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Gold Tax Lead To Smuggling: CUTTING NOSE TO SPITE FACE, by Shivaji Sarkar, 30 March, 2012 Print E-mail

Economic Highlights

New Delhi, 30 March 2012

Gold Tax Lead To Smuggling


By Shivaji Sarkar


 The new four per cent tax on gold import and tax deducted at source (TDS) for purchasing gold over Rs 2 lakh is likely to lead to higher smuggling and cause more revenue loss than earnings anticipated.


Importantly, in a regime where tax rates are needed to be lowered and simplified such steps cause more adverse effects. The almost fortnight long strike by bullion traders has led to a loss of Rs 12,000 crore of business ---  a supposed loss of Rs 450 crore calculated at four per cent tax levied in the Budget.


In fact, the new tax might have more adverse effects than visible. The rich are likely to be hit less while the poor and marginalised, both in cities or villages, are likely to lose more.


In the absence of access to banking and less confidence in paper currency, large sections of the marginalised population still use gold as a saving instrument as they are deprived of financial inclusion.


The rich too invest in gold is due to the decision to tax interest earnings on bank deposits. Notwithstanding, the policy makers argument that imposition of the tax on gold is because black money is being turned into gold.


Undeniably, the demand for gold has increased almost in proportion to the lower savings rate. It might mean savings are being put in instruments where people could save on extortive demand for taxes.


Indeed, this calls for immediate review of the decision to tax small interest earnings like Rs 5,000 till last year and Rs 10,000 as proposed in the 2011-12 Budget. It is true the Government is earning some taxes from interest earnings. But it is also correct that many who were putting their money in banks have decided to bank on gold. Thus, it is not correct to term all the money invested in the yellow metal as black.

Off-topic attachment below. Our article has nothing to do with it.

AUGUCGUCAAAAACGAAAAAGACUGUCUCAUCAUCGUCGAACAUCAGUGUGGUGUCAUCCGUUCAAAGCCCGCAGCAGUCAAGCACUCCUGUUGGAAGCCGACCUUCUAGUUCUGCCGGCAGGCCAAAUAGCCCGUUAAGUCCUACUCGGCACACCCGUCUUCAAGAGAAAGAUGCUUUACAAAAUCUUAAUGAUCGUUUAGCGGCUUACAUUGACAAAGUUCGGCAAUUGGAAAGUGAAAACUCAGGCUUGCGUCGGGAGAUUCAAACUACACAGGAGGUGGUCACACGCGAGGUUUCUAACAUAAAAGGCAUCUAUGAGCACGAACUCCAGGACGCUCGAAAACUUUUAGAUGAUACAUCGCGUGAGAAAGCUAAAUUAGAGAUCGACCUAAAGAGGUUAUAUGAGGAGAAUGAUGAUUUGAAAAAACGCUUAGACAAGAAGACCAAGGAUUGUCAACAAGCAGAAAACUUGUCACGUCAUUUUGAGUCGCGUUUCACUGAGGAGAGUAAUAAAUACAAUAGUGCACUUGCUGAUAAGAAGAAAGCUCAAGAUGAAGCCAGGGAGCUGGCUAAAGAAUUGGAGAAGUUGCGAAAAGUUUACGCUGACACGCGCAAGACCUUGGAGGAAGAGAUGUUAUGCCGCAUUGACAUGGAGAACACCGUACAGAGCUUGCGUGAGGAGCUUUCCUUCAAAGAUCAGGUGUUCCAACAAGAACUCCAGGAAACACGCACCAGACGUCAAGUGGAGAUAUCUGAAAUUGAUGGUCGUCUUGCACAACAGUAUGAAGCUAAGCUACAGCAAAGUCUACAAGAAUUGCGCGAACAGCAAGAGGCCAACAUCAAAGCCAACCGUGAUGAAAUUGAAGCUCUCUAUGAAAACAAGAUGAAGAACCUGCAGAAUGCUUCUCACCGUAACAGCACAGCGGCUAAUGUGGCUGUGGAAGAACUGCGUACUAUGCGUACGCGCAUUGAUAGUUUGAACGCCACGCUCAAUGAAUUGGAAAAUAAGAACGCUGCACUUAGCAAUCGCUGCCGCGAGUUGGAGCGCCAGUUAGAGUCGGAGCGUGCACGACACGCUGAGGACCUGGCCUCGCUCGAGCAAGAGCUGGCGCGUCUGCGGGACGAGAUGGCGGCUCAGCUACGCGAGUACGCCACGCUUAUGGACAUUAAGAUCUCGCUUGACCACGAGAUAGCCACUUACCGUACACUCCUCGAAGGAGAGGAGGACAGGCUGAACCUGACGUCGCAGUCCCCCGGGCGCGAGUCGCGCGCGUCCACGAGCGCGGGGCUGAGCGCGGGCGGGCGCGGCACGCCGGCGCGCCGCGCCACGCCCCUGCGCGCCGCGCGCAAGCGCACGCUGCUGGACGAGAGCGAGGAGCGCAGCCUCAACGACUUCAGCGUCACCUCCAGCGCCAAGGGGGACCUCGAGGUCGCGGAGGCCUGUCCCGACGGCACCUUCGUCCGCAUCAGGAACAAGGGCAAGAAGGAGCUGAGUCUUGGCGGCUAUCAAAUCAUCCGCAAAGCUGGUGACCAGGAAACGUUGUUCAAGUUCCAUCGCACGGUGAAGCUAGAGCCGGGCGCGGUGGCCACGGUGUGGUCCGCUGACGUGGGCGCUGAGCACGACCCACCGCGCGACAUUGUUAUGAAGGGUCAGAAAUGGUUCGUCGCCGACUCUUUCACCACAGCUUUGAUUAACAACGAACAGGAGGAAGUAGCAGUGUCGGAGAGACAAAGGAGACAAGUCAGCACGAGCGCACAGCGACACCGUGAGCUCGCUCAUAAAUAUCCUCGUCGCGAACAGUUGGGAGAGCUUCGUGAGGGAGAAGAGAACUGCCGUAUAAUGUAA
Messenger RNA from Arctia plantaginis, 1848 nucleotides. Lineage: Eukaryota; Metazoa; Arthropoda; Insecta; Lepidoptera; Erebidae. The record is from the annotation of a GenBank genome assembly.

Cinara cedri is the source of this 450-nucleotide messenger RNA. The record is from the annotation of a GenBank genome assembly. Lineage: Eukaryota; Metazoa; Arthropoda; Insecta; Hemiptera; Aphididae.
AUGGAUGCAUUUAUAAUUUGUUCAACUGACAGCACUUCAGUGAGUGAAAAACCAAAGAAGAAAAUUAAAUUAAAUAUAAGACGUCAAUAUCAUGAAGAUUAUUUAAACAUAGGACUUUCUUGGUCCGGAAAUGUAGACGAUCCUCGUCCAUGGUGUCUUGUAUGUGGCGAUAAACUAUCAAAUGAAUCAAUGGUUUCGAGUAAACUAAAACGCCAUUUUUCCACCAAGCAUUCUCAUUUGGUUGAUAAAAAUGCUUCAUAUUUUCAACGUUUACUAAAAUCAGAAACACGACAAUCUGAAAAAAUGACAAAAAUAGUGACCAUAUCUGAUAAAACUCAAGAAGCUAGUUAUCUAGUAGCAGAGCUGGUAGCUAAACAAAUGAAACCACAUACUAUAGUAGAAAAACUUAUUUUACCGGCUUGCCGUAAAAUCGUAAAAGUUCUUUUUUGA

This calls for reform in the thinking process. Deposits or savings are put in banks by people after they have paid tax. Demanding tax on such deposits is a dis-incentive for keeping money in banks or any other savings instrument.


Undoubtedly, it would be prudent to do away with the tax on deposits to encourage flow of funds to legal instruments. This would not only increase the flow of funds but also solve the problem of liquidity the banking sector is facing presently. The Government would save thousands of crores that it has now decided to put in re-capitalisation of banks.


Besides, taxing deposit is an imprudent measure. It only diverts funds to instruments like gold, which is considered a safe investment option. Freeing the bank deposits would solve many problems, including a huge amount wasted not only by the Government in calculating such taxes but also by individuals.


Banks themselves have to spend a huge amount for such unnecessary accounting and paper work thereby reducing liquidity. As all these savings would lead to higher earnings by the Government which needs a more pragmatic approach.


In addition, there should be easing of norms for opening new savings or other accounts with banks. The banking process should be open to all. Shutting doors on those who want to put money in banks would only lead to and encourage illegal transaction methods like ‘hawala’.